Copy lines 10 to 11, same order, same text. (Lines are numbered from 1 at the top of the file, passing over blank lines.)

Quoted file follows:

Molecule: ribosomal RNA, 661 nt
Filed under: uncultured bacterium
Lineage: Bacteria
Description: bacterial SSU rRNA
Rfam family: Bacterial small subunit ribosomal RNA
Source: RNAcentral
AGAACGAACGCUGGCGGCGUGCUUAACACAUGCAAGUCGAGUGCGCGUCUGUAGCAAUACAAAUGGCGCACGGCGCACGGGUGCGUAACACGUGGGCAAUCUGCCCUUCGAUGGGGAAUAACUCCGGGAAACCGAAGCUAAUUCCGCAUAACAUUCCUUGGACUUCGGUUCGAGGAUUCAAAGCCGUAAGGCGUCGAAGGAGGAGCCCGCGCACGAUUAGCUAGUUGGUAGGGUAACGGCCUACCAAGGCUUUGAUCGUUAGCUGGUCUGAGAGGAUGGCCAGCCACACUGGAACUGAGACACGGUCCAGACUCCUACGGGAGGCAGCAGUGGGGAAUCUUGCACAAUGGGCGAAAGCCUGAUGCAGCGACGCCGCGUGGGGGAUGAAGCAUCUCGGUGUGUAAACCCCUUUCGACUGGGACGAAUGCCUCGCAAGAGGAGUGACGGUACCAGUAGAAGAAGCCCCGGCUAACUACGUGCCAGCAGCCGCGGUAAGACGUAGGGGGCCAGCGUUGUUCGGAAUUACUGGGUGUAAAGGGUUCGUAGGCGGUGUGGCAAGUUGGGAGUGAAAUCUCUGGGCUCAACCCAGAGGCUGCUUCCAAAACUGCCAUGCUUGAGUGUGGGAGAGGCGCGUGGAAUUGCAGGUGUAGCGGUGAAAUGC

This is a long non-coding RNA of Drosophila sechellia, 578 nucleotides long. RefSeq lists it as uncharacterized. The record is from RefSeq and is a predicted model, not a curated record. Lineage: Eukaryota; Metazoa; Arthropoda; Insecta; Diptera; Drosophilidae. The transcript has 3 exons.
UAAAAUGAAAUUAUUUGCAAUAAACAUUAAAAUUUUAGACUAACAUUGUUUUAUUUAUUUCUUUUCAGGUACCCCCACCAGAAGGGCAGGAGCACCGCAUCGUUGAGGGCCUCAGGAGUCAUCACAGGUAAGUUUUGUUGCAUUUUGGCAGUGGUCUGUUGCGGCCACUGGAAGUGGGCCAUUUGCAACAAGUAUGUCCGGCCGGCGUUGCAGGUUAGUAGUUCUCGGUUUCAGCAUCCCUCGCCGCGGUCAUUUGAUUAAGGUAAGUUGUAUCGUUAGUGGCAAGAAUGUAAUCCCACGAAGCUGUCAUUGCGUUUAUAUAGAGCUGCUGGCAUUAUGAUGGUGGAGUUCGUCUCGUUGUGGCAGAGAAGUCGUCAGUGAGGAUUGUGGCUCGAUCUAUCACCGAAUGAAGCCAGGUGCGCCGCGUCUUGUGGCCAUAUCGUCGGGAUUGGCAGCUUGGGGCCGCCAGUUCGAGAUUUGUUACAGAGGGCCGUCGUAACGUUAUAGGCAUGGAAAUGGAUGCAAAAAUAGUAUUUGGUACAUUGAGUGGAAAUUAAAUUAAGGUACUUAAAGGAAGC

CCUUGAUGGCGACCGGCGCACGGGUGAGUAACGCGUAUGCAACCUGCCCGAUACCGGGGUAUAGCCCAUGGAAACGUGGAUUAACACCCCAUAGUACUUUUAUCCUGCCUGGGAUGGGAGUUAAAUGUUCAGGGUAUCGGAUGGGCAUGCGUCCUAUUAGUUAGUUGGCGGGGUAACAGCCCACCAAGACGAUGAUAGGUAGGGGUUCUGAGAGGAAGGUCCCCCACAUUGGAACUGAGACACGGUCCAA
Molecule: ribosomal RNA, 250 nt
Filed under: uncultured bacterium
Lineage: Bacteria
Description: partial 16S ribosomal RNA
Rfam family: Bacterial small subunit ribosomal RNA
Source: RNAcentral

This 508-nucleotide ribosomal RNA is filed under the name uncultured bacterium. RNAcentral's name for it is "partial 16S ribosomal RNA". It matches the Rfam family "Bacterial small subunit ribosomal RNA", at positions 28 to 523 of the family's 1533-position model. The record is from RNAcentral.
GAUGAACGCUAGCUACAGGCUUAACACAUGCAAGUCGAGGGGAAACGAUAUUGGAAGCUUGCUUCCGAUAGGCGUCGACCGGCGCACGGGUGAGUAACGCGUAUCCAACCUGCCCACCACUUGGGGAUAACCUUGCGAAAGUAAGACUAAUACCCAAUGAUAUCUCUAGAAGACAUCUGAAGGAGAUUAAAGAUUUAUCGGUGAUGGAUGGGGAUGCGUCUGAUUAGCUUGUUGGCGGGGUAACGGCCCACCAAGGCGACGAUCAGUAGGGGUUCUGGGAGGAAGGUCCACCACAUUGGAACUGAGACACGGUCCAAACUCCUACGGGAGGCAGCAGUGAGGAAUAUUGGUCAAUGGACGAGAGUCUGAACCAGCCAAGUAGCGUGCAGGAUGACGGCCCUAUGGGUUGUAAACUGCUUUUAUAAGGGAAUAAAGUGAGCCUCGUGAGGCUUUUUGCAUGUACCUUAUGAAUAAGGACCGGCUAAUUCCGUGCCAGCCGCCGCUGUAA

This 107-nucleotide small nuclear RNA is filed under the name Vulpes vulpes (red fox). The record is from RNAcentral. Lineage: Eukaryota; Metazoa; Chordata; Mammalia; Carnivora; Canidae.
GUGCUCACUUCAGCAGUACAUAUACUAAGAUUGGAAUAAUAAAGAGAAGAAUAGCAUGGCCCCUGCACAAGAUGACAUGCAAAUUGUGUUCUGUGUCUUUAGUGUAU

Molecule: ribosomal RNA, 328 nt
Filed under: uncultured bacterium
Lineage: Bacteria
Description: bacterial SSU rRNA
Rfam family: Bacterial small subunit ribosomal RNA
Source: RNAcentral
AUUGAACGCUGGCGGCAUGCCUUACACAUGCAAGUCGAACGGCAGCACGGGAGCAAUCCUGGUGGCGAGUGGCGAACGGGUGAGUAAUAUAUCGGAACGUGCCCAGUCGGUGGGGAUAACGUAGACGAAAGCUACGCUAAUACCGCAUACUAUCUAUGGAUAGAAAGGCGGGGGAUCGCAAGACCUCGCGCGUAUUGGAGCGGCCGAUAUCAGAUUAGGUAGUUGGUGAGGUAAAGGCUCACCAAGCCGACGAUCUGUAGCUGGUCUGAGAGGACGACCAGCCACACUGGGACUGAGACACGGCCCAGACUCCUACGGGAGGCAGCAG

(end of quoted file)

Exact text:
CCUUGAUGGCGACCGGCGCACGGGUGAGUAACGCGUAUGCAACCUGCCCGAUACCGGGGUAUAGCCCAUGGAAACGUGGAUUAACACCCCAUAGUACUUUUAUCCUGCCUGGGAUGGGAGUUAAAUGUUCAGGGUAUCGGAUGGGCAUGCGUCCUAUUAGUUAGUUGGCGGGGUAACAGCCCACCAAGACGAUGAUAGGUAGGGGUUCUGAGAGGAAGGUCCCCCACAUUGGAACUGAGACACGGUCCAA
Molecule: ribosomal RNA, 250 nt